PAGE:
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Missouri 's health department director on Tuesday said he tracked the menstrual cycles of Planned Parenthood patients as part of an effort to identify what the The outside of the Planned Parenthood Reproductive Health Services Center is seen in St. Louis, Missouri , May 30, 2019, the last location in
A Missouri health official is facing backlash after he admitted to keeping a spreadsheet that tracked the menstrual periods of Planned Parenthood The disturbing revelation was made during a Tuesday court hearing that addressed Missouri 's efforts to revoke the abortion license for Planned
The director of the Missouri state health department admitted to keeping a spreadsheet that monitored the menstrual periods of Planned Parenthood patients at an administrative hearing Tuesday over whether the clinic can remain open.
Dr. Randall Williams testified in front of the state's administrative hearing commission that he directed the state's main investigator to compile a list of patients using accessible medical records that included dates of their last menstrual periods, according to the. In reviewing the data, the investigation was able to identify patients who had had "failed medical abortions."
Nearly 900 women's health clinics have lost federal funding over gag rule
More than half of the patients accessing health care through Title X clinics are women of color and a third are Latina.Women of color make up more than half and Latinas over a third of all Title X patients, according to the National Latina Institute for Reproductive Health.
ST. LOUIS— Missouri ’s health department director on Tuesday said he tracked the menstrual cycles of Planned Parenthood patients as part of an Department of Health and Senior Services Director Randall Williams made the revelation during the second day of an administrative hearing to determine
Missouri 's health department director on Tuesday said he tracked the menstrual cycles of Planned Parenthood patients as part of an effort to identify what the agency says were "failed abortions" at a St. Louis clinic.
Williams added that the investigation into Planned Parenthood, which stands as the state's last abortion clinic, began after health officials found evidence of a failed abortion that did not have an accompanying complication report, the newspaper reported.
The spreadsheet containing the menstrual period information was found during the course of legal discovery and was scrutinized by Planned Parenthood attorneys.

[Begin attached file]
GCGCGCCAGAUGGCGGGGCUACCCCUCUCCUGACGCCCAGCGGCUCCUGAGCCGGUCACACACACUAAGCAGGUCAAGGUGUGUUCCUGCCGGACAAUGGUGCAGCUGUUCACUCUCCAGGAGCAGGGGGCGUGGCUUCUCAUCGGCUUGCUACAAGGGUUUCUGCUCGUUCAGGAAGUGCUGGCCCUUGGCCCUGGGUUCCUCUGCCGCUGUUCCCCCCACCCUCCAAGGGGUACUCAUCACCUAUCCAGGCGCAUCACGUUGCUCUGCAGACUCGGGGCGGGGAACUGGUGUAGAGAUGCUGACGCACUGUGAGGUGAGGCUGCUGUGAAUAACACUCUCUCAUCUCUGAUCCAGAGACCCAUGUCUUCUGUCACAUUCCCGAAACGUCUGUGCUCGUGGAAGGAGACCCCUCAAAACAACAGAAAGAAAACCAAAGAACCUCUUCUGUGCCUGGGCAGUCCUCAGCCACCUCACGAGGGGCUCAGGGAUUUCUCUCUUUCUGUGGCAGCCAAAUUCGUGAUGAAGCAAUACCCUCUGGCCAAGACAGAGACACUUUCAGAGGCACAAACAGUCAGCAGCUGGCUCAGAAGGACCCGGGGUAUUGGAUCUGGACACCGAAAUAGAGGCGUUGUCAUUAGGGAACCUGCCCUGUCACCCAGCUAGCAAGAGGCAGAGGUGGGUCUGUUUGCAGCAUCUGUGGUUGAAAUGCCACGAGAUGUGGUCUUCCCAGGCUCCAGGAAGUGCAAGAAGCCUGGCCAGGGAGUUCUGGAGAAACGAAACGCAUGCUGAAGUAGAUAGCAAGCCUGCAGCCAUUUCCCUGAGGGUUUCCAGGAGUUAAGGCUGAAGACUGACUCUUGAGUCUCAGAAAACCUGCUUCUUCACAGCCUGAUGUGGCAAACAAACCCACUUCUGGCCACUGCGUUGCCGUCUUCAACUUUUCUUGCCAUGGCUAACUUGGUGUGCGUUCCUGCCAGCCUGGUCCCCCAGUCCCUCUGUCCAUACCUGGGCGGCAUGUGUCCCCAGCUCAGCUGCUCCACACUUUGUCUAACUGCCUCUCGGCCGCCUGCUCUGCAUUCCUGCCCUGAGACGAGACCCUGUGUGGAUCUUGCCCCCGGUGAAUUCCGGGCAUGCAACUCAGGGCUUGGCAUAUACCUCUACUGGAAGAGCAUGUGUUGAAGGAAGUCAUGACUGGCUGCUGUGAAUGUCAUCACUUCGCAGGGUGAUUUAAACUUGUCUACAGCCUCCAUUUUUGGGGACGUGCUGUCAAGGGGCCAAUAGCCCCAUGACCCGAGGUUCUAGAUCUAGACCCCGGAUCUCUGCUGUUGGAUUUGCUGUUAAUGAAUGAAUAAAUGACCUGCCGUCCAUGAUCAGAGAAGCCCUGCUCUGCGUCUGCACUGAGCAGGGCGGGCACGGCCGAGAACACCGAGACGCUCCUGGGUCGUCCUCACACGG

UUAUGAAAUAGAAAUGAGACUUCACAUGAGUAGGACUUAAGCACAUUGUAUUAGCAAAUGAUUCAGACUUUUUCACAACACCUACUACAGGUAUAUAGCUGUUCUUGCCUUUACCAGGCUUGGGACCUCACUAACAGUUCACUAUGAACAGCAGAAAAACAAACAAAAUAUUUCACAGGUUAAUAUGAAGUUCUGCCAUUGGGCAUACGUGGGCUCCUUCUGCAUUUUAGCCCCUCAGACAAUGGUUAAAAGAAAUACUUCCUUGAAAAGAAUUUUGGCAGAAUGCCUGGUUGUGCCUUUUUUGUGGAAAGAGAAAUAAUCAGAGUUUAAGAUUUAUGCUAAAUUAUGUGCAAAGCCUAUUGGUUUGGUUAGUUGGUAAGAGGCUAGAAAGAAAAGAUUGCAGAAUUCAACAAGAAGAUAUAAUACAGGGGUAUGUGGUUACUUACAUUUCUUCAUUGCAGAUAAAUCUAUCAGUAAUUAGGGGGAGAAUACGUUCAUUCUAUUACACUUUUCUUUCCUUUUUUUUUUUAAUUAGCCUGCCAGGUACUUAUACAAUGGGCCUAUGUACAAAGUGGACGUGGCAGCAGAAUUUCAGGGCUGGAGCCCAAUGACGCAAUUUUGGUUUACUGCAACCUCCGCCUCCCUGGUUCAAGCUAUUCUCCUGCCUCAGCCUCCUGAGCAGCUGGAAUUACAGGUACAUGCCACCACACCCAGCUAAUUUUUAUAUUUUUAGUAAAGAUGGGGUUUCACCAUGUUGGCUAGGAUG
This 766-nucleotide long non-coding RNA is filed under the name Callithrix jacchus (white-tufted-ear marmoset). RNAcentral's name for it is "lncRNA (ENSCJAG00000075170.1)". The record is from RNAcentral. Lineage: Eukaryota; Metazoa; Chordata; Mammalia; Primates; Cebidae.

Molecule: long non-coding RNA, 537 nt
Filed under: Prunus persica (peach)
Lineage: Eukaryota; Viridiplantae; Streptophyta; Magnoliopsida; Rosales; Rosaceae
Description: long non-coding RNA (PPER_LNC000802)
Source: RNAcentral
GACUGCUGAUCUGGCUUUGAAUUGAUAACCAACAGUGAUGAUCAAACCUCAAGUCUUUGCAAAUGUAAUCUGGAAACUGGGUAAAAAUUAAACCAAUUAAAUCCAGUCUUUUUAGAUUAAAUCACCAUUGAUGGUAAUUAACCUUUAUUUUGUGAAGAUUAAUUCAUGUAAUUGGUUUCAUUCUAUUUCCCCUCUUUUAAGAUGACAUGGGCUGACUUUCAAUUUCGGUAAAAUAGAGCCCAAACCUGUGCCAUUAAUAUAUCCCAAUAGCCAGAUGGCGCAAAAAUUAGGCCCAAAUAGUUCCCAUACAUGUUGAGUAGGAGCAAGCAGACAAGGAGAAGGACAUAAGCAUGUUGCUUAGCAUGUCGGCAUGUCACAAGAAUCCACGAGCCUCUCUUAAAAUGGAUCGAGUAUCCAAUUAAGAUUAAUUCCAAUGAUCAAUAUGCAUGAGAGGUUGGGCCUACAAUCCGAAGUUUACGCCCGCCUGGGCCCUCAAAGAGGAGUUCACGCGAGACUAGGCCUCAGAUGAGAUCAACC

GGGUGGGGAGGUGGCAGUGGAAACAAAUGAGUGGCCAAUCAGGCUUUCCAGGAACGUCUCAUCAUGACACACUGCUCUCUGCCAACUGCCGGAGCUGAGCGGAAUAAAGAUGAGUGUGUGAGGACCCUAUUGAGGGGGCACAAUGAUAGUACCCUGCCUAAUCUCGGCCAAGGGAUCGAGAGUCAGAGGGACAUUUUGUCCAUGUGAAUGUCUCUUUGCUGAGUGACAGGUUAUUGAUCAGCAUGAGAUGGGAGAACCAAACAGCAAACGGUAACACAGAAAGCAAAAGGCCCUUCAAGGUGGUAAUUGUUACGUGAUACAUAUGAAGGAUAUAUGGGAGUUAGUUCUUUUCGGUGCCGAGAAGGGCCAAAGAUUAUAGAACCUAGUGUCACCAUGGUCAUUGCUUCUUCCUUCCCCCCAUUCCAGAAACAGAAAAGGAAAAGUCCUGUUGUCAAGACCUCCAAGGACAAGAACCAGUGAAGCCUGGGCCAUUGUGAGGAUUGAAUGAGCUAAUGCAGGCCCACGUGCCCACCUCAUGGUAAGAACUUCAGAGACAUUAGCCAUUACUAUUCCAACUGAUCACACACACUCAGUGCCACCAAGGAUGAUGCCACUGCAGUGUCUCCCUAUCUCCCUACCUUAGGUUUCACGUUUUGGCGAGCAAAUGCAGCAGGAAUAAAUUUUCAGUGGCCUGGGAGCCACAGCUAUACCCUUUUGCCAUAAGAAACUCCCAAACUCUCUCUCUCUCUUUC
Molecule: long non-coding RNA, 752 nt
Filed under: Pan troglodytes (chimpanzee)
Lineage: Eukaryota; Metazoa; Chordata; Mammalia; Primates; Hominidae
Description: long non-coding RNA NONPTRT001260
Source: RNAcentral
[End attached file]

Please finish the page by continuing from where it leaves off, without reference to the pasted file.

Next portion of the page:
According to state officials, an investigation using the period spreadsheet found four patients who had "failed abortions" at the clinic, and who had to visit Planned Parenthood multiple times. The incidents raised "grave concerns" and prompted the health department to cancel the health center's abortion license in June.
Racial bias in health care software aids whites over blacks
A widely used software program that helps guide care for millions of patients is flawed by unintentional racial bias that leads to blacks getting passed over for special care, according to a new study. The software predicts costs rather than sickness. It is used by U.S. insurers and hospitals to direct higher-cost patients into health care programs designed to help them stay on medications or out of the hospital. Whites tend to be higher-cost patients even when they're not as sick as blacks.
In a revelation Tuesday that Planned Parenthood Advocates in Missouri described as "deeply disturbing," the state health director Dr. Randall Williams testified at an administrative commission hearing that he kept a spreadsheet to track Planned Parenthood patients ' menstrual periods .
Missouri health officials’ scrutiny of Planned Parenthood patients got so far up inside their business that the state health director tracked their periods via “The last column of the spreadsheet included the date of the last menstrual period of each patient calculated by the health department,” the Star
The Missouri Department of Health and Senior Services also cited anthat found other safety related problems.
Planned Parenthood refuted those claims saying state health officials singled out four abortions from thousands the clinic has conducted for an investigation, and argued that the clinic had not violated any safety protocols. They added that the licensing issue is part of a greater anti-abortion effort by the state's administration.
Planned Parenthood has been locked with the state in a legal standoff before an administrative commissioner since Monday over whether the clinic's license should be reinstated. While the hearing will last five days, a ruling is not expected until at least early next year.
Planned Parenthood initially challenged the license revocation in Circuit Court over the summer, and although a judge temporarily, he sent the final determination down to the Administrative Hearing Commission.
Missouri stands as one of the most restrictive states for abortion access despite asigned by Missouri Gov. Mike Parson which outlaws abortions after , including in cases of rape or incest.
Vaping Illnesses Linked to Vitamin E Acetate, C.D.C. Says .
Vitamin E acetate, an ingredient added to THC-based products, has been identified as a “very strong culprit” in the vaping-related lung injuries that have sickened 2,051 people and killed 39, the Centers for Disease Control and Prevention said on Friday. But the agency left open the possibility that other chemicals or toxins could also be causing the severe respiratory ailments. The report is based on finding the vitamin compound in fluid samples taken from the lungs of 29 patients who had the lung disease.